The goal is to find the link to an issue that plagues your consumers and relates directly or even tangentially to your brand or product. At the same time, you must make sure that the topic you choose also positively reflects the position of your brand. Using the example of the Dove Face Sketch campaign mentioned above, it is clear that its viral success was the result of its ability to tap into a deep emotional reaction to commonly felt feelings of inadequacy and low self esteem. Dove created a positive emotional reaction by creating solidarity through their campaign. Their content delivered the message “Many women don’t see themselves for how pretty they really are — let’s change that.” Dove’s content engaged strong emotions – even difficult emotions – but managed to win by presenting a more important overarching idea.
Lesson 3: Consider the Public Good
Consider that one of the best ways to create an emotionally compelling piece of viral content that also works well with your brand is to tie your brand to a message for the public good. Brainstorm how your brand might be able to create content that does a public good or that creates awareness, but at the same time activates strong emotional drivers. One excellent recent example was a highly emotionally evocative video campaign from AT&T created to drive awareness for the dangers of texting and driving. AT&T hired famed filmmaker Werner Herzog. The short film has been viewed more than two million times.
Another example comes from a viral ad made for the Metro Trains rail service in Australia. The campaign, titled “Dumb Ways to Die” has created massive awareness through an unexpected, funny, and emotionally jarring video. Since it’s launch, the video has been seen by more than 56 million people. 
To be sure, we are entering an era of marketing that is much more ambiguous, subtle, and not nearly as heavy-handed as it has been in the past. The good news is that there is ample opportunity for those who understand that engaging with audience means touching their hearts and contributing tangibly to their world.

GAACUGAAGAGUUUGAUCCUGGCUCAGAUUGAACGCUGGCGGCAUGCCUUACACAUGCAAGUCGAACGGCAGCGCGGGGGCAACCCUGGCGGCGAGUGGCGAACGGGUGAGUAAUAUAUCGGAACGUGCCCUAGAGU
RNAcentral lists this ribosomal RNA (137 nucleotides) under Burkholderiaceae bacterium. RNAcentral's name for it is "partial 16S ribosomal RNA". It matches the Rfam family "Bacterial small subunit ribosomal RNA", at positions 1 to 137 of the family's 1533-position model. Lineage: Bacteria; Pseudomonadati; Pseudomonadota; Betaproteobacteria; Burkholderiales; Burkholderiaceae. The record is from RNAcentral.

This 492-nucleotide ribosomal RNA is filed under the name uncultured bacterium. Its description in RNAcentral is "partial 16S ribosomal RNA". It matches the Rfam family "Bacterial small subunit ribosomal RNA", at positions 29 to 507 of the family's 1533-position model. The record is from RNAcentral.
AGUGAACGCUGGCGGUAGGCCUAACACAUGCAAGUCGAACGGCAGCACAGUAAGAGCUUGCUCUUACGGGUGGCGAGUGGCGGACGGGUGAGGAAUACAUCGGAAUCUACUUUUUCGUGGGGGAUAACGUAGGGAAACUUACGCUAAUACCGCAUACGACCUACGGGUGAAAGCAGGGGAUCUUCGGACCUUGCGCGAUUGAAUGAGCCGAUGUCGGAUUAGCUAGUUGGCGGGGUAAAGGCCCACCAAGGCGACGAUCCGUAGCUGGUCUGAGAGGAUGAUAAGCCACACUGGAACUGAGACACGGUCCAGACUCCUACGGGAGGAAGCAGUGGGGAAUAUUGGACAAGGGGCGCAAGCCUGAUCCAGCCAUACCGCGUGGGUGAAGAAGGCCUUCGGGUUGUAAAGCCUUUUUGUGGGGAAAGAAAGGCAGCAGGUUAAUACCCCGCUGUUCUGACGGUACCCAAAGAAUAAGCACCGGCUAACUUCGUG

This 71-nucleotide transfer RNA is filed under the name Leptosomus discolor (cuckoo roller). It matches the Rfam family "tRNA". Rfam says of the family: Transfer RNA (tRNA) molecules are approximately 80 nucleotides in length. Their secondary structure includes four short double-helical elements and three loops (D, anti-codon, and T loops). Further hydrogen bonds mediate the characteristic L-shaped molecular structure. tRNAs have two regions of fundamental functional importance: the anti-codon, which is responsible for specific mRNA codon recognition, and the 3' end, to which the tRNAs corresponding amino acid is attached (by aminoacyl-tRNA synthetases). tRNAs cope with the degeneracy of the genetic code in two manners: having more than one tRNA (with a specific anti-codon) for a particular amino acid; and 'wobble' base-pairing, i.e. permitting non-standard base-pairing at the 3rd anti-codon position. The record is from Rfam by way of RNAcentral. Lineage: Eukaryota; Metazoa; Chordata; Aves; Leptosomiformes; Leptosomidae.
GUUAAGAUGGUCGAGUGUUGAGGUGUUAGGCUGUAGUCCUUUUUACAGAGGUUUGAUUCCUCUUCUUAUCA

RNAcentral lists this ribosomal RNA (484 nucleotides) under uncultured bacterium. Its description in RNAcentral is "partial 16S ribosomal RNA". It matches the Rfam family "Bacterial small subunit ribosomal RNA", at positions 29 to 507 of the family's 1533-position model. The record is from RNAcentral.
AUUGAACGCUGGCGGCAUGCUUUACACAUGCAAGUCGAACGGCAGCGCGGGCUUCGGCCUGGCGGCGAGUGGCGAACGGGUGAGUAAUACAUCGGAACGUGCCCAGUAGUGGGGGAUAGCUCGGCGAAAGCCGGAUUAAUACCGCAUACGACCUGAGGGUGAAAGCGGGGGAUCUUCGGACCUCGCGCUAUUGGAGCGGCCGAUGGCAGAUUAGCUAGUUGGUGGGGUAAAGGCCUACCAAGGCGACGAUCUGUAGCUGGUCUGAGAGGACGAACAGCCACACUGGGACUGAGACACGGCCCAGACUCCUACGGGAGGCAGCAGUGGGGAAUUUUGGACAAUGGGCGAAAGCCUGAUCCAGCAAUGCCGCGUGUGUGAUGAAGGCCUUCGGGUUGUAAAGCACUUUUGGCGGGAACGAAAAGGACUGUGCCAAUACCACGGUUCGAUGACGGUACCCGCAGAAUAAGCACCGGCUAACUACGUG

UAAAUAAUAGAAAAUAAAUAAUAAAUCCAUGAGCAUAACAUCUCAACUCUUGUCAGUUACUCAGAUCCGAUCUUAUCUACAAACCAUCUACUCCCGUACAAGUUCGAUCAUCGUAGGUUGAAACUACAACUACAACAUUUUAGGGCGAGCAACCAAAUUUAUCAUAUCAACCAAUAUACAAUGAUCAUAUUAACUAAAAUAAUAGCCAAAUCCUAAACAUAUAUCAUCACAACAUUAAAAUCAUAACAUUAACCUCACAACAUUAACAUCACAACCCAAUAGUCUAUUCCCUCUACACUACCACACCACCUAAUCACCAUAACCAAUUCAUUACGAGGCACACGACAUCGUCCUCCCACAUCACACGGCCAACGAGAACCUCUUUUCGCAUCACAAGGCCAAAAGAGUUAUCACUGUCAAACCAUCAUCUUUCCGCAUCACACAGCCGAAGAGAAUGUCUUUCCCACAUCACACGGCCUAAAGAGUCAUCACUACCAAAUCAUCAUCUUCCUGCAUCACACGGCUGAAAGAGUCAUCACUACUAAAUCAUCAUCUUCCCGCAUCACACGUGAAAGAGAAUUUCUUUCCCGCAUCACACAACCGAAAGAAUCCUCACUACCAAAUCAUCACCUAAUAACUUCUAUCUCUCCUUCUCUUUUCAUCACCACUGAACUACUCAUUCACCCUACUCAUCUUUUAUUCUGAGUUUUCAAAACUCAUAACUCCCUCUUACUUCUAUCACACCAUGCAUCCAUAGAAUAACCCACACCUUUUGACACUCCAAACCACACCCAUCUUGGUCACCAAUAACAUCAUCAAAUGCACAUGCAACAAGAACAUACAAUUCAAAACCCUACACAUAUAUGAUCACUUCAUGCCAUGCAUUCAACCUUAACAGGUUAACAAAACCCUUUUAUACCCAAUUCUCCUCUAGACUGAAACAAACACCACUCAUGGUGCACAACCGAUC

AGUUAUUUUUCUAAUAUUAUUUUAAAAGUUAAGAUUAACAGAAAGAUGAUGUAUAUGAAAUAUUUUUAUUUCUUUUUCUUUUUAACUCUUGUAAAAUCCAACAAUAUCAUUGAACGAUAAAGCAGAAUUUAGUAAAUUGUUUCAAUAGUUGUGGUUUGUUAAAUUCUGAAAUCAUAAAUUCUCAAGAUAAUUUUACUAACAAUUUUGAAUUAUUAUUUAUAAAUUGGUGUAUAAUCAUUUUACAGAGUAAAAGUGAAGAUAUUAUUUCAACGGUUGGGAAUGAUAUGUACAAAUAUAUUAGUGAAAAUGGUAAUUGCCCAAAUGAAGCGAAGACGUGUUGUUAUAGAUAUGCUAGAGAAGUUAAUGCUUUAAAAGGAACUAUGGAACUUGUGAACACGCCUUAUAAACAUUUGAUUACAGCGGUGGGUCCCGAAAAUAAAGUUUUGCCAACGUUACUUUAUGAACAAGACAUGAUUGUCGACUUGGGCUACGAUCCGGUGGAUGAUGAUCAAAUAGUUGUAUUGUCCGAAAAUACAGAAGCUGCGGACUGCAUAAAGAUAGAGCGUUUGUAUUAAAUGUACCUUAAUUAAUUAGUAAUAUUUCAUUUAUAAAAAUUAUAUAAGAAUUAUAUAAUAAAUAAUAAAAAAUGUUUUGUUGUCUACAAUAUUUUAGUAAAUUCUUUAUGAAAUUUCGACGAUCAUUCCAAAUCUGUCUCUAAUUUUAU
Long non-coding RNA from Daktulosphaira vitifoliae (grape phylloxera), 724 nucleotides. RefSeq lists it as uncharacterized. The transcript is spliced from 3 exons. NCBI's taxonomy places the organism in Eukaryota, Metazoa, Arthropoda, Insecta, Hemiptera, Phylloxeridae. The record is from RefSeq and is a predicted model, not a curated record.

Marketers are no longer in charge of what people see. If you want to get people’s attention, contribute something worthy of consumers’ time and emotional investment.
by Kelsey Libert and Kristin Tynski

E - Report! - I can’t wear revealing clothes – Sasha

"Sasha, Naijas queen of Rap speaks. A queen is always a queen and most present herself as such always."

Below is a great interview she granted about her fashion and style.

Rap artiste, Yetunde Alabi, popularly known as Sasha tells ‘Nonye Ben-Nwankwo about her fashion and style

What does fashion and style mean to you?
Style is an extension of your personality. Fashion is the vehicle that you use to express your style.
Would you say Sasha is a fashionable person?
Of course I am. I love fashion.
As much as you have your own label, do you wear other labels?
I wear other Nigerian designers. I also patronise international designers. I am a fashion lover. I like to switch things. My label is high street fashion and there are occasions that I should wear such high fashion. As long as the label looks good on me, I wear it.
Should we call you a fashion designer?
I call myself an entrepreneur since my design is a high street label.
What can’t you de caught dead wearing?
I can’t think of anything but I know I can’t wear bell bottoms.
But there was a time it was trending…
It was an atrocity. I never stepped out of the house wearing it.
What is the most expensive fashion item you have?
I don’t talk about price. I don’t think it is classy to do that.
So what is your most prized possession?